American College of Clinical Pharmacology
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History and mission
In the 1960s, a group of physicians formulated the concept of an organization dedicated to a new branch of pharmacology that dealt with the effectiveness and safety of drugs in humans. As a result of their efforts, the American College of Clinical Pharmacology (ACCP) was founded on September 11, 1969.
The mission is to improve health by optimizing therapeutics and to provide leadership and education that enables the generation, integration and translation of scientific knowledge to optimize research, development and utilization of medication.
Levels of membership in ACCP are Retired, Student, Member and Fellow (FCP). Fellowship is the organization's way of noting outstanding achievement in the discipline. Fellows require specific credentials and are recommended by their peers and reviewed by the Board of Regents.
The College organizes a number of annual meetings and has several committees. There are special programs for students and to promote the discipline in developing countries.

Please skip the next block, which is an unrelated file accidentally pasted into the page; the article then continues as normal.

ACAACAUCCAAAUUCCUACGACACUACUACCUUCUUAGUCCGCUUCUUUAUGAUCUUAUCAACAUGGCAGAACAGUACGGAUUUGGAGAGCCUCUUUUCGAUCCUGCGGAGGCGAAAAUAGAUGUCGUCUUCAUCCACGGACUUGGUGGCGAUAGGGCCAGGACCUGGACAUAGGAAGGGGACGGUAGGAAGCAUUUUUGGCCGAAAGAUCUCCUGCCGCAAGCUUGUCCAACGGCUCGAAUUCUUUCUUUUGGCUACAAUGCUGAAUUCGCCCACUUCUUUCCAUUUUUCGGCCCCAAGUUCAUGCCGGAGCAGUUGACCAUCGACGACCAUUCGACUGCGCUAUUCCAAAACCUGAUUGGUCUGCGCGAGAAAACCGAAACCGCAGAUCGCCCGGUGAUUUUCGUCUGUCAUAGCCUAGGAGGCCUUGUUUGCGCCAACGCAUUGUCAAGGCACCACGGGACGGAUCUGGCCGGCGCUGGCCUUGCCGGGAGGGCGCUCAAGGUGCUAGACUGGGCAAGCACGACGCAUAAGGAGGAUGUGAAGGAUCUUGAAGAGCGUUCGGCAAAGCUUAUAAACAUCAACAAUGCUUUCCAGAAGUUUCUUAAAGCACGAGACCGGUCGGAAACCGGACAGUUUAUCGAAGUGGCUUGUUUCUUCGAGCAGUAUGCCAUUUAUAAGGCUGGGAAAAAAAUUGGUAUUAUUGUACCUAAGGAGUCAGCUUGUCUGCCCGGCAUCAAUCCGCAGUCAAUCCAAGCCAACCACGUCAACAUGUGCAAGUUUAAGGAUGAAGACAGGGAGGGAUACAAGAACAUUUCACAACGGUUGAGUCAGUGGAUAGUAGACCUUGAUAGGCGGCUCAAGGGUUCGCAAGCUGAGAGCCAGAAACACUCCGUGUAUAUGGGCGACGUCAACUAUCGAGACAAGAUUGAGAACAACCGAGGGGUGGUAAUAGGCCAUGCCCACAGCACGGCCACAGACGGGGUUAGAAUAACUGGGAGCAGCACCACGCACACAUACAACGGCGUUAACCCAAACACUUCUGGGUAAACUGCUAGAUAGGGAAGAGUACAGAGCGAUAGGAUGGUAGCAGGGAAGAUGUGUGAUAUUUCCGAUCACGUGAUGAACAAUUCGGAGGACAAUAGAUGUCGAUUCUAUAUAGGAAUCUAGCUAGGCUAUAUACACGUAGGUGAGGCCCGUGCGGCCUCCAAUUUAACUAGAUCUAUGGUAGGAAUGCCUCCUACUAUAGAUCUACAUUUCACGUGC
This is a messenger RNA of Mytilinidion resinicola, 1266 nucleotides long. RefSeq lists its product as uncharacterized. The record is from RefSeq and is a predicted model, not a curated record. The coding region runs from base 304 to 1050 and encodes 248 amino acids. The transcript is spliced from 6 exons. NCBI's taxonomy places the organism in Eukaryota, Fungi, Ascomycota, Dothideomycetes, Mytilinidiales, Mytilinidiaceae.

Education and information resources
ACCP promotes the rational use of medications in humans through research, development and regulation of medications, and education of healthcare professionals and patients on the optimal utilization of medications.
ACCP is an accredited provider of Continuing Medical Education (CME) and Continuing Pharmacy Education (CPE). Within clinical pharmacology its programs focus on: translational medicine, biomarkers, clinical pharmacokinetics and pharmacodynamics, quantitative methodologies, factors that can affect exposure-response, therapeutic biologics, pharmacoepidemiology / pharmacogenomics, pharmacoeconomics, drug monitoring, clinical trial design and, experimental pharmacology.
- "About ACCP". ACCP. Retrieved 10 July 2013.
- "ACCP History and Philosophy". Retrieved 19 June 2013.
- "ACCP - American College of Clinical Pharmacology". CQ Counter.com. Retrieved 10 July 2013.